Devoted readers of these pages may remember a post, nine or so months ago, where I outlined the rules of Poosticks:
Like the better-known game invented by Pooh, it involves sticks: unlike that game, it involves poo. Well, now a new version of Poosticks has been invented by none other than the good old NHS. A while ago they wrote offering me a kit something like a home pregnancy test except that it was a home bowel cancer test (just routine, no cause for concern). I thought I might as well, so I said yes, whereupon a mysterious brown envelope arrived in the post containing All You Need to test for bowel cancer.
*WARNING! GROSSNESS ALERT: DO NOT READ IF EATING*
Well, I had to read the instructions a few times before I could understand them – but basically the test is an alternative to taking a stool sample to the doctor’s and having it tested. However, it is not easy. First you must peel back the cover to reveal two small windows. Next you must catch your stool. This is an unpleasant process involving folded toilet paper and much reaching: it can be quite alarming to feel just how much crap is emerging from the anus and trying to decide on a cut-off point which will not overspill the toilet paper (I did warn you it was gross.) Then, having caught your turd (and still not able to wipe the bum) holding said steaming grossness in one hand, you must take a stick in the other hand (hence the name) and delicately scrape a little from the turd, transferring some of this in the form of a smear onto one of the windows. This soiled stick must then be deposited somewhere whilst repeating the process with a clean stick. The window can then be sealed and the cleanup can commence. This ordeal needs to be repeated three times on consecutive days before the tiny package of disgustingness can be sealed and posted.
Oh my days!
And that’s my new game of poosticks. I hope the results will be clear: no reason to think they won’t.
No, that isn’t a typo: I am well aware that the traditional game of racing sticks under bridges is named after Winnie-the-Pooh, but I have discovered a local variant which I am calling Poosticks. Here’s how to play: first take two dogs (you can play this game with any number of dogs but two is the optimum number). Saddle up the dogs and then find a sturdy stick to use as a walking-cum-poo-stick. Begin walking, choosing country lanes rather than streets which would bring into play the ‘plastic bag’ penalty. Allow the dogs to stop now and again to sniff and urinate. Sooner or later one of them will need to poo: allow the dog to finish, then when the poo is lying on the path, address it with your stick in the same way as you would address a golf-ball. Then whack the assembled turds at a point near the ground but not on it: too near the ground as you will incur penalty points for kicking up the mud, not too near the top as you will achieve the undesirable result of spreading the poo over a wider area. Experienced players can whack assembled turds into the rough (a desirable end in this game) with a single stroke, pausing only to twist the end of the stick into the long grass to clean it before moving on to the next hole (as it were). A single afternoon with two or three dogs can yield up to seven or eight ‘holes’. Much more fun, less expensive and far more socially useful than golf…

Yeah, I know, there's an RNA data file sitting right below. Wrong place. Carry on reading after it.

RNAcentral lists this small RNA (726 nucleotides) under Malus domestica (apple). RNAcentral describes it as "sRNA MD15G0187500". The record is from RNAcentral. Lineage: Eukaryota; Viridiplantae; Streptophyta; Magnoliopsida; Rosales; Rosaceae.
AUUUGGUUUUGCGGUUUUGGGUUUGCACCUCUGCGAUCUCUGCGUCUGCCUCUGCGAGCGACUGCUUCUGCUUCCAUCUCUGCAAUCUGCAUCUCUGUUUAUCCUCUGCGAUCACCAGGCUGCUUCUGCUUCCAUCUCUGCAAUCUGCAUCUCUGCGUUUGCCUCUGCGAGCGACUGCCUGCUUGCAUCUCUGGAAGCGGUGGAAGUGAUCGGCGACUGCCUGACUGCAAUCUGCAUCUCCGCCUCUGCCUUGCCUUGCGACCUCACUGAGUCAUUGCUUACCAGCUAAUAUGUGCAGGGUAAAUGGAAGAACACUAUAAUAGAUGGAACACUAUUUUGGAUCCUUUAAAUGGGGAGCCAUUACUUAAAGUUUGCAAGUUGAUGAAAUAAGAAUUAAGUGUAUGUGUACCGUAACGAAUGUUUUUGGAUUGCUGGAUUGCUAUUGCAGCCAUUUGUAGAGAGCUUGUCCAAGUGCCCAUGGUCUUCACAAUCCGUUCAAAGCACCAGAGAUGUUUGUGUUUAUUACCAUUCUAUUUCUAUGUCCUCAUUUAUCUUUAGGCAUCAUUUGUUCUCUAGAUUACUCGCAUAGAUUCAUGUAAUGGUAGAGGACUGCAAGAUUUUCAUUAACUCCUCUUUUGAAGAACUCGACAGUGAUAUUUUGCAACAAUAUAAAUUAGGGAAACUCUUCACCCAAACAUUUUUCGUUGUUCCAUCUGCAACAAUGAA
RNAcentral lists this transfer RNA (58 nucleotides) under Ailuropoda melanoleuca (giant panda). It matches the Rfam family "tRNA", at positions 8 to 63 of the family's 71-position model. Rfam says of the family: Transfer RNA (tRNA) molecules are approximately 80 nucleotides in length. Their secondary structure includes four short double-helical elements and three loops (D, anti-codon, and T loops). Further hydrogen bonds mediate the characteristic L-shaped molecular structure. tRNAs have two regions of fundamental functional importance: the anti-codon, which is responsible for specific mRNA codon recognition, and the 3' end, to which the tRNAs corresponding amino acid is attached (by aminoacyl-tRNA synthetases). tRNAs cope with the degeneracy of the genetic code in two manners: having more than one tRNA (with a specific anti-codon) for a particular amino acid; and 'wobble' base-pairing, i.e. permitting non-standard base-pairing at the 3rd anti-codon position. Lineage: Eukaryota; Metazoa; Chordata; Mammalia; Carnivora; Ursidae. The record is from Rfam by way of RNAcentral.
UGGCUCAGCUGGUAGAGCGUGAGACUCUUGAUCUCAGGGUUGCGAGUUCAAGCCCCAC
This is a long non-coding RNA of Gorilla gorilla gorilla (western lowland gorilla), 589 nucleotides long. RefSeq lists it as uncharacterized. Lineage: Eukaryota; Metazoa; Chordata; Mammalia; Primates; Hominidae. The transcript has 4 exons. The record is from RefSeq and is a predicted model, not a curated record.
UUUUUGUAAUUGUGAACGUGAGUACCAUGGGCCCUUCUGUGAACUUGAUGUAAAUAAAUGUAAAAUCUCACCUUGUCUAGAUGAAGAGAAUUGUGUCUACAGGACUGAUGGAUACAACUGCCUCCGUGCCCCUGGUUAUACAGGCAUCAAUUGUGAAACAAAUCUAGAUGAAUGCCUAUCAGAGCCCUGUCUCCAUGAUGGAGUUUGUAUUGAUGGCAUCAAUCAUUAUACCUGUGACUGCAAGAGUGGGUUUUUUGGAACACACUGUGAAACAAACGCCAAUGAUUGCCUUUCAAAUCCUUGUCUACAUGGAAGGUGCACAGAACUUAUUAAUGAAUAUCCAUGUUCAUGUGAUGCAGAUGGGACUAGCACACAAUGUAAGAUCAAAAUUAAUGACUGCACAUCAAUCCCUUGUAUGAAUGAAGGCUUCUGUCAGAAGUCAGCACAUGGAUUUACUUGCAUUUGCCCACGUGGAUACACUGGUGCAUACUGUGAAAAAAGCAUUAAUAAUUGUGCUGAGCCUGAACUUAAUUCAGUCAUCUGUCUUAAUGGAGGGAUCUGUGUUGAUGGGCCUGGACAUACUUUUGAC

I have explored many of the paths in the immediate vicinity of the village here. There are some good walks, though most of the paths go through or round agricultural land and many of the short-cuts are made impassable by fields of sheep or cattle. I haven’t been able to go too far afield because of the hypothyroidism: about three miles is my limit, and that’s on a good day. But as my fractal colouring book teaches me, everything is a matter of scale; and getting to know a small area in detail is just as good as travelling over a wider region:
Yesterday I went to Llangattock, where there is a stunning white church and an unexpected friar who led the service in matching hooded white habit. Offa’s Dyke runs past the church and I experienced a longing for serious walking. So after taking the dogs for their constitutional, I fired up the Aga and made bread in the oven and vegetable chilli on top.